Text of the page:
Strippers make so much money-- you’d be surprised.
Strippers would make better psychiatrists
than the two I am currently seeing at Payne-Whitney Manhattan.

Monday, October 8, 2007

Eggs Expensive

My eyes were blue and mom wasn’t so mad
no one was so mad. They wrapped me in a cloth
and I sat on a sandy road for a long time thinking.

The road was wide and it had vendors on either side.
The cloth was the color of the ocean with silver spangles.
I had a feeling I had been there before,
naked but for the cloth, holding things in my arms like
my blue yoga mat and a chakra map.

If I have a teacher here, they will know me by sight.
But for a long time no one knew me.
Then my best friend Marisa was there
and she was talking about the place we stayed at in Mexico.
I was saying they had a nice full breakfast included, but
she said, “It was just eggs expensive, don’t you think?”

Thursday, October 4, 2007

Taking a Vacation to California at Christmastime

Mike, you found me (you always find me, everywhere)
strolling down a warm street in Santa Barbara
the week after Christmas with my new fiancé.
The street was called MICHAEL TORENA BLVD.
but I read it as a giftname, like a marriage of the words
Michael to Rena. Like my happiness
is a gift from you. I still have
the dream I had the night you decided to leave
your body. There was a fishpond in the front yard, with a lone goldfish
whose one sad eye stayed on us as he circled.
Behind him was the house we had always wanted,
a small house with big windows full of yellow light in the evening.
And I know you remember what happened when I woke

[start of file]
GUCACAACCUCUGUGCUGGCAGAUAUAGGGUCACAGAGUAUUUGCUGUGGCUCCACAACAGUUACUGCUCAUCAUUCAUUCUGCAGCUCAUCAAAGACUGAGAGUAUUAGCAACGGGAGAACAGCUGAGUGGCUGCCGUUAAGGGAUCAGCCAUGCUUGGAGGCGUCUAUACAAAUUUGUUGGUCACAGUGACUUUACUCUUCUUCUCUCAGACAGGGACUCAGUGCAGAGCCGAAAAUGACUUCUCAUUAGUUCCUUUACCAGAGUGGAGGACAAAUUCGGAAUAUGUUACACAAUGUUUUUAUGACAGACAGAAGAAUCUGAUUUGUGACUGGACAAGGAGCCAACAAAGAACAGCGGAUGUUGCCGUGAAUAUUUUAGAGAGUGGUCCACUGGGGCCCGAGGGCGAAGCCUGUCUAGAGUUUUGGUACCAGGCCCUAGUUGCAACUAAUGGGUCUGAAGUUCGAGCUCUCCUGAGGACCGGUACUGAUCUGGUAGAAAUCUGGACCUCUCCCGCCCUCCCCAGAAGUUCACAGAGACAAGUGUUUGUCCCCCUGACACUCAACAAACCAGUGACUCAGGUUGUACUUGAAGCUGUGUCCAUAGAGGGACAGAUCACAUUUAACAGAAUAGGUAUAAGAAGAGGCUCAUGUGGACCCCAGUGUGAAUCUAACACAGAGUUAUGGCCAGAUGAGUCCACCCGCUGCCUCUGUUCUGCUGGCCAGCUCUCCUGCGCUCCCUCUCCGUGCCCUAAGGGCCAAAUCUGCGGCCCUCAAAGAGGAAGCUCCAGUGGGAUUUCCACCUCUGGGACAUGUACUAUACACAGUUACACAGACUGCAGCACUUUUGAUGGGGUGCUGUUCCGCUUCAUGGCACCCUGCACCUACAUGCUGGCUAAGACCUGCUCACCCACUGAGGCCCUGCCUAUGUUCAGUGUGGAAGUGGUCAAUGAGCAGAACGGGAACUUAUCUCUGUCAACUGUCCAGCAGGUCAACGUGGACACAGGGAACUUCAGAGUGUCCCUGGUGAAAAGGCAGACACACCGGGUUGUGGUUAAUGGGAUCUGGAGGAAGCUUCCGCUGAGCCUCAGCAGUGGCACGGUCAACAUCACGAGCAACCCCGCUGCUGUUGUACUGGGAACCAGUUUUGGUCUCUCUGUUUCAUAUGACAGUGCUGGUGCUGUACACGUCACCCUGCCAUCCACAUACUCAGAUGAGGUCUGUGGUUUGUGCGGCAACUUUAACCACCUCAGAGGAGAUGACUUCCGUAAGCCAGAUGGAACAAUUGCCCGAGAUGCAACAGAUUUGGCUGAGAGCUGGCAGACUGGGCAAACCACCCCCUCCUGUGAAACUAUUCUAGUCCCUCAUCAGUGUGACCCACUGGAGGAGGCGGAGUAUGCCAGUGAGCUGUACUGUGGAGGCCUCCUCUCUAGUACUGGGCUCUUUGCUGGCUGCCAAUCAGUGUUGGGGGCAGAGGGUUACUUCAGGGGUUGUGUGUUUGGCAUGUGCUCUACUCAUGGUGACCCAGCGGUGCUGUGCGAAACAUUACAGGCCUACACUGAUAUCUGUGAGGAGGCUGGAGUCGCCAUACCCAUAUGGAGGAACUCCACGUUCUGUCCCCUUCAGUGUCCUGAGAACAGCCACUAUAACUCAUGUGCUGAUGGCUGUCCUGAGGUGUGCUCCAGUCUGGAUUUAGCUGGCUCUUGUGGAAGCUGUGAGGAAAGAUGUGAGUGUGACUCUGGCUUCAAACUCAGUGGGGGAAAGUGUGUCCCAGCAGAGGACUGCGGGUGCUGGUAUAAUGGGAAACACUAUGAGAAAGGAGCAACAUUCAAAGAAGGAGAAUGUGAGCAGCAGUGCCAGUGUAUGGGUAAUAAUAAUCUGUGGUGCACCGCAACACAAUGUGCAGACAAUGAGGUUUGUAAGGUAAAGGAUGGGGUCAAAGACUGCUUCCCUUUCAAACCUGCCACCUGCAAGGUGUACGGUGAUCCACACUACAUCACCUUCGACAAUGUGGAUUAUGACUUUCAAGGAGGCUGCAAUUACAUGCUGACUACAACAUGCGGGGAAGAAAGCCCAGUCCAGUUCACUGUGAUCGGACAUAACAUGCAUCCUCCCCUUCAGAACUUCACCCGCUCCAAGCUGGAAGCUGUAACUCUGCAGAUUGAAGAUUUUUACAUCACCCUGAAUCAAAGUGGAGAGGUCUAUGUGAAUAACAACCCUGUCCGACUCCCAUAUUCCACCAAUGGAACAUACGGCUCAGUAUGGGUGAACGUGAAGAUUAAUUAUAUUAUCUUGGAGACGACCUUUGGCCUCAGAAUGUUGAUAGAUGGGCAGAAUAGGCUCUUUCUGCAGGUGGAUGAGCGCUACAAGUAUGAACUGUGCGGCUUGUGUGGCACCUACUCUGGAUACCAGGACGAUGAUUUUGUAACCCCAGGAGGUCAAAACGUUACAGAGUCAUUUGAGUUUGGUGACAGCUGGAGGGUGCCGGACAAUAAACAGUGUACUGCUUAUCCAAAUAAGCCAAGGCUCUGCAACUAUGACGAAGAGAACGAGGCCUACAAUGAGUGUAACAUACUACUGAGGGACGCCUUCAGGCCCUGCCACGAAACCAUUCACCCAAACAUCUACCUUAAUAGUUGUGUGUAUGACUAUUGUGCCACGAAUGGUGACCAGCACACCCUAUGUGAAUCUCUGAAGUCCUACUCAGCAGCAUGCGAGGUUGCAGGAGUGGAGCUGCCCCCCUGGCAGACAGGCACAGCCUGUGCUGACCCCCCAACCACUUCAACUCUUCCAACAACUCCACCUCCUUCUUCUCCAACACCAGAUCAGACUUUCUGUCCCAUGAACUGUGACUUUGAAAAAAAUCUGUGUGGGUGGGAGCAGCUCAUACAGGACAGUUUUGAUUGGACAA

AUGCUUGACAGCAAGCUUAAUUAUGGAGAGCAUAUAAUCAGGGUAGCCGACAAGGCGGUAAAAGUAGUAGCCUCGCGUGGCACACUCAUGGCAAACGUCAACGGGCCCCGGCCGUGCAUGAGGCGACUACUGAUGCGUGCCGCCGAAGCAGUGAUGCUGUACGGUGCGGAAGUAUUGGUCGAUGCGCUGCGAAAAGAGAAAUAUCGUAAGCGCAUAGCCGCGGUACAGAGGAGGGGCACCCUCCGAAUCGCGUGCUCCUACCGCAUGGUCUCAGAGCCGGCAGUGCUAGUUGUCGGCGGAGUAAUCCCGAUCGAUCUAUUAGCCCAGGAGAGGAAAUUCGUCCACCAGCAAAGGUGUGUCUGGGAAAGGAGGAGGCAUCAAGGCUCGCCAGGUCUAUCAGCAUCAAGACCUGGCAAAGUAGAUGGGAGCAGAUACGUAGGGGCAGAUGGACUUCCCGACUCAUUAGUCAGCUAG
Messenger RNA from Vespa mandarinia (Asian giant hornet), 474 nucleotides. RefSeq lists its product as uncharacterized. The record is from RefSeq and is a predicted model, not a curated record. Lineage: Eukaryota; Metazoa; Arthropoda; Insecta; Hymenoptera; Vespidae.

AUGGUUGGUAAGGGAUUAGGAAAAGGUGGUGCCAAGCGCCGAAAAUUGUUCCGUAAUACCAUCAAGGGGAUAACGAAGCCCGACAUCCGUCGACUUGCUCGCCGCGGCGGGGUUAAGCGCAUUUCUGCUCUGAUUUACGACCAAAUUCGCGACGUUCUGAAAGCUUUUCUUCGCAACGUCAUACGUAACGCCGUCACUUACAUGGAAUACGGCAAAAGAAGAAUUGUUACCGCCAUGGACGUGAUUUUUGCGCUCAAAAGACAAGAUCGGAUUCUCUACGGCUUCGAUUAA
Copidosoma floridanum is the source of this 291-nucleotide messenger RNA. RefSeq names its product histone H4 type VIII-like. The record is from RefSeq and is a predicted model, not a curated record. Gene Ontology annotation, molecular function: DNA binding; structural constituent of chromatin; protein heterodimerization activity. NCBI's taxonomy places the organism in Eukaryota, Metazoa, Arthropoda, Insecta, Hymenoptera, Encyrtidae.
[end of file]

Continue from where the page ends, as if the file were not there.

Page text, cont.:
from that dream and found your simple note:

I forgive you.
I love you.
I’m sorry.

Remember how I wanted to die too?
You come in my dreams now, you tell me dying
is like going away on a boat for millions of days.
So pray your self a shipwreck, I say. Maybe you will like building
from nothing, better then you like being lost at sea.
You miss your shoes. You miss your make-up.

My love never ends darling,
your death never stops being true.
You can't take your suicide back,
but letting me go is the least you can do.

(Oh my darling Mike, is it still all pain?)

Wednesday, October 3, 2007

Complicated Grief

We can’t go on like this, caged
cause the car won’t start
and there’s going to be storms tonight.

Maybe it’s not cold enough to stand
on the river ice yet but if I fall
from winter to where you are
there won’t be any mouths
any voices to call me crazy.

Ghost so bright, I can’t look directly at you
you are the color of sunshine
you make me blindcrazy.
Your love is the best thing I’ve ever seen.

Tuesday, October 2, 2007

Love Poem

Green Rock Publications is featuring some of my poems.

Click on a title to see them.

I put To New York on the blog a while back, but it looks so much cooler when Green Rock does it. They also have a poem of mine called Love Poem but for some reason there is a typo on their page, so I am going to give you that poem right here, right now, without the error.


Love Poem

You, my love, are coming
closer (like manifest destiny)
in this room, in this old New England town
(full of hundred-year old dust and Mayflower families)
where it is always winter.

The band is playing too loud, you move
towards me (to overspread this continent)
and I stand on the other side
a far away and wild California.
Discover me, I smile
a gold rush. The truth is I can’t move

I am stuck in quiet scary cycles of
feverish family secrets
keeping me awake and alone
at night. The truth is,

I am mentally ill and
you look like glory.
The truth is, everything winter always
comes back to spring.